Down through the ages there have been countless Christians who have thus stood steadfast and unmovable. The holy apostles of the Lord are prime examples. But let me call attention to the laymen and women who stood fast in the face of extreme danger. The Lutheran Reformation has been called the greatest laymen’s movement of all time. The men who submitted the Augsburg Confession to the National Convention at Augsburg were not the theologians, but the laymen. A layman read the document. They risked their lives and fortunes in adopting this confession as their own. The first three laymen who risked their necks for the cause of Lutheranism were John Ehinger, burgomaster of Memingen; Michael Caden, a citizen of Nuremberg; and Alexis Fraentraut of Brandenburg. Wolfgang of Anhalt, who stood at Luther’s deathbed and recorded his last words, was declared an outlaw and had to flee for his life. Women also were steadfast and unmovable. Maria of Hungary, widow of the King, was a devoted follower and student of Luther.
Countless pastors and laymen throughout the ages have likewise stood steadfastly in the faith. We have only to think of Luther and the many brave men that worked with him and followed him, As we look back in our own synod we see that people were willing to give up everything in order to preserve the precious truths of Scripture. As they gathered at Lime Creek in June of 1918 and surveyed the devastation that had come upon their church, it took a substantial measure of steadfastness and immovableness in order to carry on,
Both pastors and laypeople need to be reminded of the Apostle’s exhortation today as much as in the days of the Corinthians. False teachers abound today as they did at the time of the Apostle. Paul warns us that the time will come “when they will not endure sound doctrine.” II Tim. 4,3. And John warns us. “Beloved. believe not every spirit, but try the spirits whether they are of God: because many false prophets are gone out into the world.” I John 4,1.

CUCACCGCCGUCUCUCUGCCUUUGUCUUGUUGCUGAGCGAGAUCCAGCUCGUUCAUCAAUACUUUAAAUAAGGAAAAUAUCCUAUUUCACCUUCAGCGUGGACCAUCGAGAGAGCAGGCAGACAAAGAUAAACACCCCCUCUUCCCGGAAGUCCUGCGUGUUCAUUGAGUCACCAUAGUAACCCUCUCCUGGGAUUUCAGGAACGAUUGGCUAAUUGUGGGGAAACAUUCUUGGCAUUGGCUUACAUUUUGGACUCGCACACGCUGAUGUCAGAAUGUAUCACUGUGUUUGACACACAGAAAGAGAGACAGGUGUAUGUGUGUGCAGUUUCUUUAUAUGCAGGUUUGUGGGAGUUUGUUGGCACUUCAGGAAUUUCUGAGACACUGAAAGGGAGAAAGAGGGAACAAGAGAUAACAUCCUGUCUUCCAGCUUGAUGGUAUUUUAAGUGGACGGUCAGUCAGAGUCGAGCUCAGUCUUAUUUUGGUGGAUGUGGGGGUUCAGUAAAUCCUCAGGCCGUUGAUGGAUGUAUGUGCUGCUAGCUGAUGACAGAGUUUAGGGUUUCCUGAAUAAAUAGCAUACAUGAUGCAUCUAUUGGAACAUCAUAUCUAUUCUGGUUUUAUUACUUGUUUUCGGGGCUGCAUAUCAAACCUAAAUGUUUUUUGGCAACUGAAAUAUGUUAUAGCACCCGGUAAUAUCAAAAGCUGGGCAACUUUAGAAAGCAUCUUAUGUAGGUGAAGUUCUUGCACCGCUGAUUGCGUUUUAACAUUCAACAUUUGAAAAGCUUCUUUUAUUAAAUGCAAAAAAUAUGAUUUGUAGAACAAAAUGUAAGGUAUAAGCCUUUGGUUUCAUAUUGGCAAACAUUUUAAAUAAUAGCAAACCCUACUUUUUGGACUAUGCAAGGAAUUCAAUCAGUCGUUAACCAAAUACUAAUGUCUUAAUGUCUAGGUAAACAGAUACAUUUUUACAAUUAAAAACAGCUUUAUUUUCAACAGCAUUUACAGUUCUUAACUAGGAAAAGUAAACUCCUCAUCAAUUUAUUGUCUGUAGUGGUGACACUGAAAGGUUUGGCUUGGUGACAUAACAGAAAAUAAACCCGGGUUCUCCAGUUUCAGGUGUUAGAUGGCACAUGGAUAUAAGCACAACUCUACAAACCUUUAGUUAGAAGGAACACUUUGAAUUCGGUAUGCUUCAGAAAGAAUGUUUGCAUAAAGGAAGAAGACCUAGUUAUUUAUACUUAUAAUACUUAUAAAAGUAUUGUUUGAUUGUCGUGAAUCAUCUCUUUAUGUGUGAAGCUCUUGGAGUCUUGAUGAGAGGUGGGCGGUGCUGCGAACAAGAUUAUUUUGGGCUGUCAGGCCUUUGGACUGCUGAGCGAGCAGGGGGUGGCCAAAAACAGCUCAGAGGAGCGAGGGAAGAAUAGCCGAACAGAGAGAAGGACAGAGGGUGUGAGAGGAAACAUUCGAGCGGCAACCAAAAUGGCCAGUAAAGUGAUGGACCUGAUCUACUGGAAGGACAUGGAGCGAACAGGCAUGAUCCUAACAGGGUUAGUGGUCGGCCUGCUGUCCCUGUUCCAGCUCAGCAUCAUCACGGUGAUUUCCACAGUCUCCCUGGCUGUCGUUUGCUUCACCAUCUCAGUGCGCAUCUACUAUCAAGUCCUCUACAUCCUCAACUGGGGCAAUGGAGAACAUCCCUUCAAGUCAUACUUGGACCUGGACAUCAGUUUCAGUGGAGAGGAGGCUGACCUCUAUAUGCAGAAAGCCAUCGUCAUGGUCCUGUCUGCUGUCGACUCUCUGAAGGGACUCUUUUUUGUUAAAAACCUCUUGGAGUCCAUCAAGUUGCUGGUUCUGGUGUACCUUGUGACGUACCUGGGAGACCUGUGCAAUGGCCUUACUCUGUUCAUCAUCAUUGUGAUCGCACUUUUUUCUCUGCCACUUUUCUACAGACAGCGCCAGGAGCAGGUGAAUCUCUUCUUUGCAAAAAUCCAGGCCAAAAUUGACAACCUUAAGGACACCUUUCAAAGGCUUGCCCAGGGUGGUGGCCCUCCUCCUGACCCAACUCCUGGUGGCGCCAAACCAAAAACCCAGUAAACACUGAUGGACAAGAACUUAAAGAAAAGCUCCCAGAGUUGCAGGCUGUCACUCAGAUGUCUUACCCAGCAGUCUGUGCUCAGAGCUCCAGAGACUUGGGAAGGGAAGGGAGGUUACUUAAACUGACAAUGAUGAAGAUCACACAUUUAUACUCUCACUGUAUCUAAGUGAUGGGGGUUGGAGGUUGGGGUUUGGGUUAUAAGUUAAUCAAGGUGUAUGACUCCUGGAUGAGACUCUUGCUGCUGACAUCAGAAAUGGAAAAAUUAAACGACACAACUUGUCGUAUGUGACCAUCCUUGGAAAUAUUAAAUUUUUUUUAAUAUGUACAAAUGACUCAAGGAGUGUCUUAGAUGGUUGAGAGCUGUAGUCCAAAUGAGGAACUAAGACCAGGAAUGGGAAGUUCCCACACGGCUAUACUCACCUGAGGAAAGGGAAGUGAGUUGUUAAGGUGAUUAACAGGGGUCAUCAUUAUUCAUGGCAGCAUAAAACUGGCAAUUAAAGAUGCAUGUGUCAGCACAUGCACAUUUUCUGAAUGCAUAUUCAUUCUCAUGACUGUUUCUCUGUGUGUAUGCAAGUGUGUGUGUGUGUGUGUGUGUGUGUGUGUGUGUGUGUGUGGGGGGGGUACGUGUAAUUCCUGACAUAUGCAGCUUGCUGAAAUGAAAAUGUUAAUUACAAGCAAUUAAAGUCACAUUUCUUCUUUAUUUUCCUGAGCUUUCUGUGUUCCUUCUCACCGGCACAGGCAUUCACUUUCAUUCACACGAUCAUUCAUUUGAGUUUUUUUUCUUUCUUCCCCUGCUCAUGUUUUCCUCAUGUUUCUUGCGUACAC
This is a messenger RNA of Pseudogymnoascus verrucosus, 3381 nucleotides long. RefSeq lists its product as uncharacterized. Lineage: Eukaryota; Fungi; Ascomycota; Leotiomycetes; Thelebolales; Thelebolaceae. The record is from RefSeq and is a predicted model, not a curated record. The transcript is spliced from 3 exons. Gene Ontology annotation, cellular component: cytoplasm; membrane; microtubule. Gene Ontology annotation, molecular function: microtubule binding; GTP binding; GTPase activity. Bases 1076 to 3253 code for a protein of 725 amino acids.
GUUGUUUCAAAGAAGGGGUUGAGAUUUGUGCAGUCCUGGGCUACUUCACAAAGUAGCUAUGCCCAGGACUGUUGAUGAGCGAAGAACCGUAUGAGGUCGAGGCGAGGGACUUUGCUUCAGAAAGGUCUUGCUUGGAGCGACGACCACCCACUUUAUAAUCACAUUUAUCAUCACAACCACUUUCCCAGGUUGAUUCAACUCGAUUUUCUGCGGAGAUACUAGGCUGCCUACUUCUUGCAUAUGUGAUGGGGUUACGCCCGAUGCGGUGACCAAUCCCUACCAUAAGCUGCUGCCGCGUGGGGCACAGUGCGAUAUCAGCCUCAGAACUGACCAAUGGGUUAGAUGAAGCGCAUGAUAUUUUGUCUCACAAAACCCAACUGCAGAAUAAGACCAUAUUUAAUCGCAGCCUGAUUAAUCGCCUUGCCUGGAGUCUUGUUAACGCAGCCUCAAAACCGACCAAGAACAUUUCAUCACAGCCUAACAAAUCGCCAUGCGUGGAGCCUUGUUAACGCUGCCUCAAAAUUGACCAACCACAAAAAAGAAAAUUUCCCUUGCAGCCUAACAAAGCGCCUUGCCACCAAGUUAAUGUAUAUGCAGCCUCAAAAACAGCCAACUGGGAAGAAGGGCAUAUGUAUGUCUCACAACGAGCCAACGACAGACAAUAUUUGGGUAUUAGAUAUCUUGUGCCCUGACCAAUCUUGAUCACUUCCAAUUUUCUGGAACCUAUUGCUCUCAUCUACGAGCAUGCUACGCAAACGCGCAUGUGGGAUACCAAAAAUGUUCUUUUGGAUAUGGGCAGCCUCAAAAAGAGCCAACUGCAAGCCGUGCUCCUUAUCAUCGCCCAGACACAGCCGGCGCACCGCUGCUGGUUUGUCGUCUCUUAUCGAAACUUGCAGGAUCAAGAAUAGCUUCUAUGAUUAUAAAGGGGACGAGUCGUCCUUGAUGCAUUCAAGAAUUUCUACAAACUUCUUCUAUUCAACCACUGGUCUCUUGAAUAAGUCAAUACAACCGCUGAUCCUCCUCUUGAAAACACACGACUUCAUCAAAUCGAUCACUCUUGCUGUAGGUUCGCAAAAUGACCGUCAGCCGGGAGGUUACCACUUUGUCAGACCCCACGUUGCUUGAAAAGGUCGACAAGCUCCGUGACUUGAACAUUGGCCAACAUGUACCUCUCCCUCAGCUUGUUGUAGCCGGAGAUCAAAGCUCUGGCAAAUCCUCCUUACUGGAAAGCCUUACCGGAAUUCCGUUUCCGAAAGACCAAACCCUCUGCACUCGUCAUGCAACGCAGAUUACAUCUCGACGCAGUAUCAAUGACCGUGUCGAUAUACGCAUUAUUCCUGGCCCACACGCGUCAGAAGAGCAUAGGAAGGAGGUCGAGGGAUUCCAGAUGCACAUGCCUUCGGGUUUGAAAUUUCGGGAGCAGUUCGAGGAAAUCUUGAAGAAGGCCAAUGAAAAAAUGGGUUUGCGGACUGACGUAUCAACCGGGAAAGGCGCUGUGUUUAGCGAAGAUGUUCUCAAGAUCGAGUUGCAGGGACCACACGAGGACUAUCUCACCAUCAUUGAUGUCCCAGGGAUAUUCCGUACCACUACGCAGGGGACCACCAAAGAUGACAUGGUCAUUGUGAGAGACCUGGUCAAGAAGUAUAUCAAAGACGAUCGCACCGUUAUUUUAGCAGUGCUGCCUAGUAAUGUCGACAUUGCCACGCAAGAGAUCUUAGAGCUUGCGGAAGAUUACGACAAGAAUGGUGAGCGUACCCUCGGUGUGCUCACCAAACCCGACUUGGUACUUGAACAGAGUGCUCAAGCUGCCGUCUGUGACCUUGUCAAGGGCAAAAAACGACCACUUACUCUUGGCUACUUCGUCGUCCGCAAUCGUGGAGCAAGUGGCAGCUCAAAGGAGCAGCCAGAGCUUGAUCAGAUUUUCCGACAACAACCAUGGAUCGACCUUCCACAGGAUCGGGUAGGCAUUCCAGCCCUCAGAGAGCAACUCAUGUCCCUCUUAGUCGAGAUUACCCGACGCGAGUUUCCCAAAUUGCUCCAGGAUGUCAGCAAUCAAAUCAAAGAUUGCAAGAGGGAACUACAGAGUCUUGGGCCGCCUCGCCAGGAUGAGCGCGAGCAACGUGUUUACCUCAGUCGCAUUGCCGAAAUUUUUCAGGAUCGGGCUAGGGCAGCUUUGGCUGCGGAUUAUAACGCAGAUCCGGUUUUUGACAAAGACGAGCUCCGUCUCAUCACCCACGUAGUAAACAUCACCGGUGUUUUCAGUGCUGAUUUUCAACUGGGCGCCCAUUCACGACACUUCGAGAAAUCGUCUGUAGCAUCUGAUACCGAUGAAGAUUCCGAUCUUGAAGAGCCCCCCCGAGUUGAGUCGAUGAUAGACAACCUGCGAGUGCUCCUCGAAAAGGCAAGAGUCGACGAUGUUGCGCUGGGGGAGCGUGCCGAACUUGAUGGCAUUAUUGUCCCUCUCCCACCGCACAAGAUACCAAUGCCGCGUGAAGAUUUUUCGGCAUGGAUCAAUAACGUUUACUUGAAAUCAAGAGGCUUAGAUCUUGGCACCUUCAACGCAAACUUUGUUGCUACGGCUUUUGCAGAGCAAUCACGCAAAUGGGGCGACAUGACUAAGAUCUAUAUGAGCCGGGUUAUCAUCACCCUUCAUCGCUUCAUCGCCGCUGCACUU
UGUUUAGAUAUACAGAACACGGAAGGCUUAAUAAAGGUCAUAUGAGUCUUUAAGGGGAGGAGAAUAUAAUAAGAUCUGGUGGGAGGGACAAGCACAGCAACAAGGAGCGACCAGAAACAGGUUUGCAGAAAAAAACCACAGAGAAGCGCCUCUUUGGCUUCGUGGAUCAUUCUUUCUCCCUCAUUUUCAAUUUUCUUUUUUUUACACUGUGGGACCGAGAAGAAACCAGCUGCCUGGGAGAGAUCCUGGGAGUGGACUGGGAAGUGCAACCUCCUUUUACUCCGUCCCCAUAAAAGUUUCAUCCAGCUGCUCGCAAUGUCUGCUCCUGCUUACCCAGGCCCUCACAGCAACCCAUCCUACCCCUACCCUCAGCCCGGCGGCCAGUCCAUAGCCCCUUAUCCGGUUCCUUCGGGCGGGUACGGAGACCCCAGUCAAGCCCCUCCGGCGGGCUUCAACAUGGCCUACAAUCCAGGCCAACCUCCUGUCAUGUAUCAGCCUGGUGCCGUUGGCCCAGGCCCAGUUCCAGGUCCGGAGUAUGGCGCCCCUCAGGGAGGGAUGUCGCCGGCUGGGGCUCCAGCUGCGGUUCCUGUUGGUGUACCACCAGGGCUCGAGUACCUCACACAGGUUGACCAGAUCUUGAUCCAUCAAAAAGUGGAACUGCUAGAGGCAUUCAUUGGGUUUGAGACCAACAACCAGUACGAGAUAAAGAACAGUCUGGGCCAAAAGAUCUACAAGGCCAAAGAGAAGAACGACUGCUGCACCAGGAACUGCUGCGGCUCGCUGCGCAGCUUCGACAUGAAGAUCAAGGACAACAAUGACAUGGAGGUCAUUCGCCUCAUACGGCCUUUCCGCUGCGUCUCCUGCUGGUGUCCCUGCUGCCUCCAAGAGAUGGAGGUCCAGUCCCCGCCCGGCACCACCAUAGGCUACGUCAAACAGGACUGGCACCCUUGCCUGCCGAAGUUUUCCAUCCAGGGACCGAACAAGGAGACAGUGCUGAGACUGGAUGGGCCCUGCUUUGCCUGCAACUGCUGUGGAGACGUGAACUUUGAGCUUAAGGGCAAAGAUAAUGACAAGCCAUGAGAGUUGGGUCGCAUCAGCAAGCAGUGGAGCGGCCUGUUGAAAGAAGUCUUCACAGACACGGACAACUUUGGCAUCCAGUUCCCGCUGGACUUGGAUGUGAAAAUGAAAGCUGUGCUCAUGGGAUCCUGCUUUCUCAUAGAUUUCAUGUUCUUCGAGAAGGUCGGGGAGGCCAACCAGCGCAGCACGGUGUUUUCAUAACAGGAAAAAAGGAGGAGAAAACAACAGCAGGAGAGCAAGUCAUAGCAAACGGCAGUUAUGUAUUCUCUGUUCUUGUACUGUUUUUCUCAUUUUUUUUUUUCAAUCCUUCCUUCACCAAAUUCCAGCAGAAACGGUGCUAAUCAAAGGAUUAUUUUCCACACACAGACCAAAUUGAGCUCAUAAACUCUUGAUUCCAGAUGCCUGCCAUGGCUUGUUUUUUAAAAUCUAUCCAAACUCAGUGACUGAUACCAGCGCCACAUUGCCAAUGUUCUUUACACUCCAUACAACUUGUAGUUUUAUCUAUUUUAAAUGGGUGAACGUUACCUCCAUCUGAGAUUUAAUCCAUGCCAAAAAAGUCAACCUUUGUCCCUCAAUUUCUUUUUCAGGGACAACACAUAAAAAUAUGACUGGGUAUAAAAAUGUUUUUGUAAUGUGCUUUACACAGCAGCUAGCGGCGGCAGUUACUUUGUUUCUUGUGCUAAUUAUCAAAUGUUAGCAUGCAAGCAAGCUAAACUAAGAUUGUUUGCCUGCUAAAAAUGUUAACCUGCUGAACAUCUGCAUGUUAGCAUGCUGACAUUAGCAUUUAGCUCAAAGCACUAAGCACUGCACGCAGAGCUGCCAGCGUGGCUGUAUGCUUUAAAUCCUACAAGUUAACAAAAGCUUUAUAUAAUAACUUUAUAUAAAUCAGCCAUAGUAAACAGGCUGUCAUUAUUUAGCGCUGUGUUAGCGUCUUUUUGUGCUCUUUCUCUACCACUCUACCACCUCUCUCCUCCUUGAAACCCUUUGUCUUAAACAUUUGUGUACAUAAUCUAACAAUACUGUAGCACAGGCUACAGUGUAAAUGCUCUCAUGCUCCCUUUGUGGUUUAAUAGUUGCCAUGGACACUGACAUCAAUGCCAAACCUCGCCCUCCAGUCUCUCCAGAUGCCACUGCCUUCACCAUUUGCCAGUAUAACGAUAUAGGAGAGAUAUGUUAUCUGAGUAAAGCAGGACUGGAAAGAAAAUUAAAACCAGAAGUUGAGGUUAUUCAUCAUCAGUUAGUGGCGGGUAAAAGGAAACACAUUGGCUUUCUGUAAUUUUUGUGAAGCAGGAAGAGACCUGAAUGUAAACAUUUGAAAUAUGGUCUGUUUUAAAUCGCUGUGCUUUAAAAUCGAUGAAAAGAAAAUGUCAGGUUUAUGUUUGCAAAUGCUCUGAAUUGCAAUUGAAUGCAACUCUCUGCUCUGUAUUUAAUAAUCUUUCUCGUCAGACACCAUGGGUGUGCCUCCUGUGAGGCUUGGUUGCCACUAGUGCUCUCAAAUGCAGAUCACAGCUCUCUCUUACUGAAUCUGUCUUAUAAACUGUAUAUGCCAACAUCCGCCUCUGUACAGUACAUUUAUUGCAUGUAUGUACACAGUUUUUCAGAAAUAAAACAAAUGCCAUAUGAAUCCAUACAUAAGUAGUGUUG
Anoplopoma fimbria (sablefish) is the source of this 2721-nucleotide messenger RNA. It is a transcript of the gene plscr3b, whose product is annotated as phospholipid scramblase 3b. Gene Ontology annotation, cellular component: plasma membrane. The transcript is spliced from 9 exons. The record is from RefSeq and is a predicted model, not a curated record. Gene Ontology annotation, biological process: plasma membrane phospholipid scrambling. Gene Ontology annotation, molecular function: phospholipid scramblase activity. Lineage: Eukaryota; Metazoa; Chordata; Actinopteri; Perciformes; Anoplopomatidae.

The new church body which was formed on January 1,1988. and which claims the title of “The Evangelical Lutheran Church in America,” openly denies that the Bible is the inerrant and infallible Word of God. “Gay Lutherans” are accepted into the public life of the church. They have their own magazine called “Concord.” One issue reports that “The St. Olaf Lesbian and Gay Alumni Association was formed in December 1985 to bring together gay grads of the Lutheran liberal arts college.” On January 1, 1988, three gay candidates were recommended for ordination in the new church.
The TV Evangelists are prime examples of casting aside morality and conviction for personal satisfaction in one form or another. The credibility of sincere pastors who labor tirelessly for Christ is not enhanced by those who preach repentance on Sunday but consort with women of ill repute during the week.